Liheng Cai headshot

Liheng Cai

Assistant Professor
Unit: School of Engineering and Applied Science
Department: Department of Materials Science and Engineering
Office location and address
Wilsdorf 228
395 McCormick Rd
Charlottesville, Virginia 22903
B.S. Physics, Lanzhou University, 2006
Ph.D. Materials Science, University of North Carolina at Chapel Hill, 2012
Postdoctoral Fellow, Harvard University, 2013-2017

Our lab’s interests lie at the interface of soft matter and biology. We aim to understand and control the interactions between active soft materials, like responsive polymers or biological gels, and living systems, like bacteria or cells and tissues in the human body. We do this by using a combination of experimental and theoretical approaches; specific expertise includes polymer physics and chemistry, molecular engineering, macro- and micro-rheology, microscopy and image analysis, microfluidics and 3D printing.

We focus on three directions:

  • 3D printable soft materials. 3D printing has the potential of producing novel, structured materials with controlled features on multi-length scales, from microns to millimeters or larger. However, the basic materials available for 3D printing are limited: Plastics remain the most ubiquitous feedstock for industrial and desktop 3D printers. We explore new design principles to create 3D printable soft materials and use those materials to interface with soft biological objects.
  • Human lung defense. As we are alive, we need to breathe; and this constantly brings in infectious particulates into our lung. The overarching question we are asking is: How can the human lung fight against numerous inhaled infectious particulates and maintain functional through its lifetime? We use microfluidics to create a novel human airway model to study why human lung defense works for healthy people but fails for patients with chronic lung disease, and use this model to discover therapeutics to restore human lung defense.
  • Biofilms. Bacteria often live in complex environments such as gut and soil. Sometimes success bacteria transport does a good thing, but not if they dwell and form colonies or biofilms. Understanding and control interactions between bacteria and complex environments become essential in health and environmental science. Integrating polymer science, molecular engineering, single-cell fluorescence microscopy and microfluidics, we focus on how bacteria as an active swimmer influence the dynamics of surrounding matrices and formation of bacterial colonies or biofilms in mucus and soil.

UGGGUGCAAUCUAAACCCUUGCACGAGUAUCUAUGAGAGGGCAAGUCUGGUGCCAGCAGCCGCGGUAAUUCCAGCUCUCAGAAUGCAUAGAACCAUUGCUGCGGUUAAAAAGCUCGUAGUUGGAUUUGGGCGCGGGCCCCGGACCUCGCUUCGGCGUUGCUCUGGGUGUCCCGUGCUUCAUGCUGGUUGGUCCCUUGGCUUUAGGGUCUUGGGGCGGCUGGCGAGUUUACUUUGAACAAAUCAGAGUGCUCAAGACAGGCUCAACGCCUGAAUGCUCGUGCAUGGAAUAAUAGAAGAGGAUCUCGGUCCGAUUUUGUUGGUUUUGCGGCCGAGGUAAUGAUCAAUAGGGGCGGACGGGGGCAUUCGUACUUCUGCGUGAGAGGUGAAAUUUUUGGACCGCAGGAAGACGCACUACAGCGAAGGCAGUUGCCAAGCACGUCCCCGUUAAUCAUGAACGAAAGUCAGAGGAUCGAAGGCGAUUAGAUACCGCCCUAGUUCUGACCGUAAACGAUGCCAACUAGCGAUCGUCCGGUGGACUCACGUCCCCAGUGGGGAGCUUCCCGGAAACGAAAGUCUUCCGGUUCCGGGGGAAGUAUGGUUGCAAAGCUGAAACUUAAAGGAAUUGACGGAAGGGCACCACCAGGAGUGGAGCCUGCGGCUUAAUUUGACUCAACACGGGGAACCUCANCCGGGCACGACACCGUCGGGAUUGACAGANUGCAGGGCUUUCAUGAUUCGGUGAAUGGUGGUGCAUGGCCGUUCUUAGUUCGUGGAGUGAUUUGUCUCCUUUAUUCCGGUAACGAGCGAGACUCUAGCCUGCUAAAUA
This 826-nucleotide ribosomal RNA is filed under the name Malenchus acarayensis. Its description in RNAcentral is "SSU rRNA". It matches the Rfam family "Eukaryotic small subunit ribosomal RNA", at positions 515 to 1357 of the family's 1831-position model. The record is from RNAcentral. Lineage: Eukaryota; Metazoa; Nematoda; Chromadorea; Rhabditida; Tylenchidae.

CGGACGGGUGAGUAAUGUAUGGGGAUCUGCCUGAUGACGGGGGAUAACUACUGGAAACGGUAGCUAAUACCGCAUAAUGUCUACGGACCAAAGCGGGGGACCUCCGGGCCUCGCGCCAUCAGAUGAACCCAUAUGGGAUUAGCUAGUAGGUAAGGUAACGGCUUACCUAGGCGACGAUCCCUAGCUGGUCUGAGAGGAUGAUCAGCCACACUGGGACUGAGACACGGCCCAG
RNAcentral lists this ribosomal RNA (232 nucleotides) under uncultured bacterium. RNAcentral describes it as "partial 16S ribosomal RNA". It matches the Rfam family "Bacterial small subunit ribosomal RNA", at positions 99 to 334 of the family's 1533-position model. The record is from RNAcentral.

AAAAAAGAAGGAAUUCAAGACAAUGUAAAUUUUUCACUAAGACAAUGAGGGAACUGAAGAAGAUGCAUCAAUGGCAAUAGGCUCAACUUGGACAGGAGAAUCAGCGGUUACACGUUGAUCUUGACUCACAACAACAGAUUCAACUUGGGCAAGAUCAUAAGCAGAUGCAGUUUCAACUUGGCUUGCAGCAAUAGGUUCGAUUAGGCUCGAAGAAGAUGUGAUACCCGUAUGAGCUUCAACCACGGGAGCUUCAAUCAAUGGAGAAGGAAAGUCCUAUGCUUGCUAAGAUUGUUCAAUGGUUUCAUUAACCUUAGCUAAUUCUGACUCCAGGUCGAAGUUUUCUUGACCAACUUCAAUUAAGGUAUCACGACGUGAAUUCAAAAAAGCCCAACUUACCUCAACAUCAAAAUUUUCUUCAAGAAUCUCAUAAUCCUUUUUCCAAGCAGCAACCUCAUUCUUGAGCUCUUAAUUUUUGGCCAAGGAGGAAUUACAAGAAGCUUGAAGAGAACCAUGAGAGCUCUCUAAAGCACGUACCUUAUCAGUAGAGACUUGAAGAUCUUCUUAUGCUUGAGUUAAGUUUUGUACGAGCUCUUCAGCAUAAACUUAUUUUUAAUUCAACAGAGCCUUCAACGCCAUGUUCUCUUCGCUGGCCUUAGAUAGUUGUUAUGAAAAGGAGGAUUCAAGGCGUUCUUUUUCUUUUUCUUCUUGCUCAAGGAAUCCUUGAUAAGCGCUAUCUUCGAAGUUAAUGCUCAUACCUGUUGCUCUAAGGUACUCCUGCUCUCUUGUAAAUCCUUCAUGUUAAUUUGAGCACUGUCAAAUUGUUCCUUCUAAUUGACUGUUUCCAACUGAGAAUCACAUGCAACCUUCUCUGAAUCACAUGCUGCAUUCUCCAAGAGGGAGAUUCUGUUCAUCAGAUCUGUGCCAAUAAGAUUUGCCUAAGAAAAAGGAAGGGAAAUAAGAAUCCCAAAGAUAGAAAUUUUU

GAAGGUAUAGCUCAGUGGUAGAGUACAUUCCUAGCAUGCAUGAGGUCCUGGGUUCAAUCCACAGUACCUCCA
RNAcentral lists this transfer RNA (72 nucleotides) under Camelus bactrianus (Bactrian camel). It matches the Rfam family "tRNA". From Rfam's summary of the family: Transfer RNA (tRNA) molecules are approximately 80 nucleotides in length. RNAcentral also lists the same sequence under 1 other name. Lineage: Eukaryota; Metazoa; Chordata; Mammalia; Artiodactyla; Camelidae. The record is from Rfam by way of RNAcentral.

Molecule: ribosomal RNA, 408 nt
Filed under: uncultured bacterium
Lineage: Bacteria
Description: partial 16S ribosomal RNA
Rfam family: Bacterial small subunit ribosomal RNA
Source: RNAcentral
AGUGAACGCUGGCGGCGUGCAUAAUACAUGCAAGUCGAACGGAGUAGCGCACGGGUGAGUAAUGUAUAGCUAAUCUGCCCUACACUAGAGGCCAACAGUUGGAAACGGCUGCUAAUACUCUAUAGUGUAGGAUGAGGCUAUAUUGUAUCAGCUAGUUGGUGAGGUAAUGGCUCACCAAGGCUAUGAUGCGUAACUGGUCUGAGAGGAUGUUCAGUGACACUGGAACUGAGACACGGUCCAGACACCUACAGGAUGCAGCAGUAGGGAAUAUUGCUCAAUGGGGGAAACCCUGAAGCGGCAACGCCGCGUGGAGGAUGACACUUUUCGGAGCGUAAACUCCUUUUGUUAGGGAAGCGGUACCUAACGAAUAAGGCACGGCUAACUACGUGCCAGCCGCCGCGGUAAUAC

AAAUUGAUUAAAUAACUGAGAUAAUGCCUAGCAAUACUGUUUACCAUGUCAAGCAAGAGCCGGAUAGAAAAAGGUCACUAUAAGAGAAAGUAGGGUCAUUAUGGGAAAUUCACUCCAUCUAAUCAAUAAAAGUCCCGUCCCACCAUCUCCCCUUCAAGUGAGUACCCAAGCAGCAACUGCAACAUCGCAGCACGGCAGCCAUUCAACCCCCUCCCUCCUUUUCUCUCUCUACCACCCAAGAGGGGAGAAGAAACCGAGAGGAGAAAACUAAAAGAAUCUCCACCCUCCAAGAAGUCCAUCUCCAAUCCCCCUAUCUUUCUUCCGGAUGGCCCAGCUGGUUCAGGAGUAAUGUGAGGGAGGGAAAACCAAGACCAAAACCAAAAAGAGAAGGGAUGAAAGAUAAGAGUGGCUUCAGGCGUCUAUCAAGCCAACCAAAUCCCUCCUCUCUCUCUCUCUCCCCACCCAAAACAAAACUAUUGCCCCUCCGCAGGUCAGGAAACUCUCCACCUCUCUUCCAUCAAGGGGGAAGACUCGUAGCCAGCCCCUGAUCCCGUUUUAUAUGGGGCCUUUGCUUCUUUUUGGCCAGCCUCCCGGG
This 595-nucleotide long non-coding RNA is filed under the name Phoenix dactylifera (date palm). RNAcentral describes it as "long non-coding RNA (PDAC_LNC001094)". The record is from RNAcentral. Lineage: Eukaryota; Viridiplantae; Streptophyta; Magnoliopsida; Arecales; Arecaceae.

CAREER: Adaptive Photonic Polymers
Source: U.S. National Science Foundation (NSF)
February 01, 2020 – January 31, 2025
Development of a Novel Encapsulation Technology for Type 1 Diabetes
Source: Juvenile Diabetes Research Foundation Internatl.
February 01, 2022 – January 31, 2023
Molecular Architecture Driven Self-Assembly of Block Copolymers
Source: American Chemical Society
September 01, 2020 – August 31, 2022
Voxelated 3D Bioprinting of Multiscale Porous Scaffolds for Islet Transplantation
Source: Commonwealth Health Research Board
July 01, 2021 – June 30, 2022
Preventing Catheter Associated Infections
Source: Virginia Commonwealth University
June 01, 2018 – July 31, 2020
MSE 2090: Introduction to Materials Science
Credits: 3
The field of Materials Science drives technological innovations underlying all engineering fields. This course provides a scientific foundation to promote a rigorous understanding of materials from an atomistic to macroscopic viewpoint. Material systems (polymers, metals, ceramics, and electronic) are developed sequentially to provide a framework to explain the fundamental, physical origins of observable and important macro scale properties.